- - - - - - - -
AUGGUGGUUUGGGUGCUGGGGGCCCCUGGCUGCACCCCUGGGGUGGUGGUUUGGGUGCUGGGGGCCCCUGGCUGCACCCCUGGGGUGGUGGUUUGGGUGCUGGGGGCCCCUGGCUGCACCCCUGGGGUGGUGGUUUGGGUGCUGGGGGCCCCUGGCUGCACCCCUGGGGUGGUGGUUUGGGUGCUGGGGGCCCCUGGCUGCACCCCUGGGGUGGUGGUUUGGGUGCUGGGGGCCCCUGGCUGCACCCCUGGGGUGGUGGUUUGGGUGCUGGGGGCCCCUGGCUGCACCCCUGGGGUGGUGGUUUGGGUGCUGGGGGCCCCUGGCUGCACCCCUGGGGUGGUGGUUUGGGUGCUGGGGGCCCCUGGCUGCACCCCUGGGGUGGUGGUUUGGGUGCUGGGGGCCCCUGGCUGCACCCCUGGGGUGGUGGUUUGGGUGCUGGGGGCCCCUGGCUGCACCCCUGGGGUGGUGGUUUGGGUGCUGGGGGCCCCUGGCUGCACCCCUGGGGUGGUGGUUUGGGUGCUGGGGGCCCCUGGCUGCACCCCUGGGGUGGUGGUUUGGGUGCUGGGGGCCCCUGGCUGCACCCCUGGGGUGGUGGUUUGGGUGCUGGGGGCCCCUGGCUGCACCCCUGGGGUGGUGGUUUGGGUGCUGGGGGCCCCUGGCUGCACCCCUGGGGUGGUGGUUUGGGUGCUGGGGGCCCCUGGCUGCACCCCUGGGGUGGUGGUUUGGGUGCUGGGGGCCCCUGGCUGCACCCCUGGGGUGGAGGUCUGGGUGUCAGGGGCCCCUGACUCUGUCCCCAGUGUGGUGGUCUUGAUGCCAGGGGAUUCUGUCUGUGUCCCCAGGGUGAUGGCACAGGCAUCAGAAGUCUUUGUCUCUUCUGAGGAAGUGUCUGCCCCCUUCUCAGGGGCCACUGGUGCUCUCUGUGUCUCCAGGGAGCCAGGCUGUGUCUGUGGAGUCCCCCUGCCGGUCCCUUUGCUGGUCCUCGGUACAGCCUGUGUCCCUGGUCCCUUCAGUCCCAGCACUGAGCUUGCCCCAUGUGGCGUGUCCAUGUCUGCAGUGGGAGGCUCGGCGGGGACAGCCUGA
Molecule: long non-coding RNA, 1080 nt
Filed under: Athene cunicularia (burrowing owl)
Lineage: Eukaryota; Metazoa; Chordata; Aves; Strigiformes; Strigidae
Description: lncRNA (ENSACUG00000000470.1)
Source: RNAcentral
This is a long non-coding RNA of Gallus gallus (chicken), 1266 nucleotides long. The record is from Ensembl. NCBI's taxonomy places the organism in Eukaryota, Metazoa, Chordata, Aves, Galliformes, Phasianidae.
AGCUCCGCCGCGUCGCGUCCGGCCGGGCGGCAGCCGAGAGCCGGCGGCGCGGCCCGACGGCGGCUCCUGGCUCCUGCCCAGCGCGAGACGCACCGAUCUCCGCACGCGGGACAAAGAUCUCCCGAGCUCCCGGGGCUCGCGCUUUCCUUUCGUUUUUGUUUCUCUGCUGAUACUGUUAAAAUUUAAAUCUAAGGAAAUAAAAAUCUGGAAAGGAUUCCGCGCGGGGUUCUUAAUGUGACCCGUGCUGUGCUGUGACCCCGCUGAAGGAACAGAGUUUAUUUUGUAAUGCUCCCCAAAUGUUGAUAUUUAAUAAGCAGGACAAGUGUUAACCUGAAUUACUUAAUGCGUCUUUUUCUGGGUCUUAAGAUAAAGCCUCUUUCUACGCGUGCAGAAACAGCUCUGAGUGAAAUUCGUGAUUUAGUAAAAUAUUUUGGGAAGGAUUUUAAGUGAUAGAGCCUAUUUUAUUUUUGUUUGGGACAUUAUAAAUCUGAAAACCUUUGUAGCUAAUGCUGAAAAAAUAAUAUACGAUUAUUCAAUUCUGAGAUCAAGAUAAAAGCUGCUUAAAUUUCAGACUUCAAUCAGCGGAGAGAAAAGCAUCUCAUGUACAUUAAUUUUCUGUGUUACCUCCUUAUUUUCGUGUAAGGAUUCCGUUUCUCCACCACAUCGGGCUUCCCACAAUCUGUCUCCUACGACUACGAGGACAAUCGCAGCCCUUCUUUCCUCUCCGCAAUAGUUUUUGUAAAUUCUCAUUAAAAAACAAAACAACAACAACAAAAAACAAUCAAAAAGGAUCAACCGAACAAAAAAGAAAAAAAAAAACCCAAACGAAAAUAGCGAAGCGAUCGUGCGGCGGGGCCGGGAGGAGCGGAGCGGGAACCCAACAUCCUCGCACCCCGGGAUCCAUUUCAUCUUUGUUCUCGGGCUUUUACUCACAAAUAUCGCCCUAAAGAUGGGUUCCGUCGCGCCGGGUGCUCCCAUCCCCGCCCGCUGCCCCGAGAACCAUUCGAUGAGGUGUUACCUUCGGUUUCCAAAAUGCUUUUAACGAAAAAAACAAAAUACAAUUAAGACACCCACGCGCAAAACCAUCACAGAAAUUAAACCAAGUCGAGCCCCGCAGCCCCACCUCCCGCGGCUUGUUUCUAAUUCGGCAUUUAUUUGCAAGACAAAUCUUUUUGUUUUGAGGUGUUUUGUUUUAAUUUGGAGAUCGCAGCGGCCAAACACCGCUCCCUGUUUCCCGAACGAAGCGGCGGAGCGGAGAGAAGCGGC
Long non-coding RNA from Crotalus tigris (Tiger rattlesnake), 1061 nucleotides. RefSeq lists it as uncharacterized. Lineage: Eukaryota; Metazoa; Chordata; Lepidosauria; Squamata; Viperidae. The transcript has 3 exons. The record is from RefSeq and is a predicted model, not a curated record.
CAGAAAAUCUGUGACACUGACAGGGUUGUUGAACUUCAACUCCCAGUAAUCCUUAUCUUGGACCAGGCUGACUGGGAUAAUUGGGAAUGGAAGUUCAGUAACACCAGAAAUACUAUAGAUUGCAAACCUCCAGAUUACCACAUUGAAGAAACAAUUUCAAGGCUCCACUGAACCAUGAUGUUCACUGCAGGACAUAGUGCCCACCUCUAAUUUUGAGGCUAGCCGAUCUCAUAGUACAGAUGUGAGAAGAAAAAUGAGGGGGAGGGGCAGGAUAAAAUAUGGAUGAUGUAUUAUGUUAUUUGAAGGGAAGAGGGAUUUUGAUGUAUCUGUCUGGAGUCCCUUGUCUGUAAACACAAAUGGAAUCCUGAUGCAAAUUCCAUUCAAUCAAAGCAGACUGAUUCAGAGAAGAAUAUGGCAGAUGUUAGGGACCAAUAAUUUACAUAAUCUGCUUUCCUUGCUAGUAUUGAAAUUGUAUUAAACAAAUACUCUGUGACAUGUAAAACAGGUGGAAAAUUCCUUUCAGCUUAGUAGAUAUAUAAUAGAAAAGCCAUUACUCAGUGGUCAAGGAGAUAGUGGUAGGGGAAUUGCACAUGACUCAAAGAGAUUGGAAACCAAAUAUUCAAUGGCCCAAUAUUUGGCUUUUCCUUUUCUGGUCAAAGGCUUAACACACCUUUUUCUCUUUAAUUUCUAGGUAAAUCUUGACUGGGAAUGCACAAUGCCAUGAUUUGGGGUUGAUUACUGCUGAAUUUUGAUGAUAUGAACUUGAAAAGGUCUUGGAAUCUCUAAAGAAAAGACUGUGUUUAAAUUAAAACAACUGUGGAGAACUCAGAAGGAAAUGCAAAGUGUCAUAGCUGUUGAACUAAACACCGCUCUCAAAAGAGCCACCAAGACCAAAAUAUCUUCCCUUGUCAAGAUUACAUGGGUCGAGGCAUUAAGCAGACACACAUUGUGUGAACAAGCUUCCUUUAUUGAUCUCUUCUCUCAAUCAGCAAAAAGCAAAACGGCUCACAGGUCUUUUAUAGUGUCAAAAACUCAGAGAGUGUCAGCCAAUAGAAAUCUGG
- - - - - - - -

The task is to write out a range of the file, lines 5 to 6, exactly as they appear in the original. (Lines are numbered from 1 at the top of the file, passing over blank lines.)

Description: lncRNA (ENSACUG00000000470.1)
Source: RNAcentral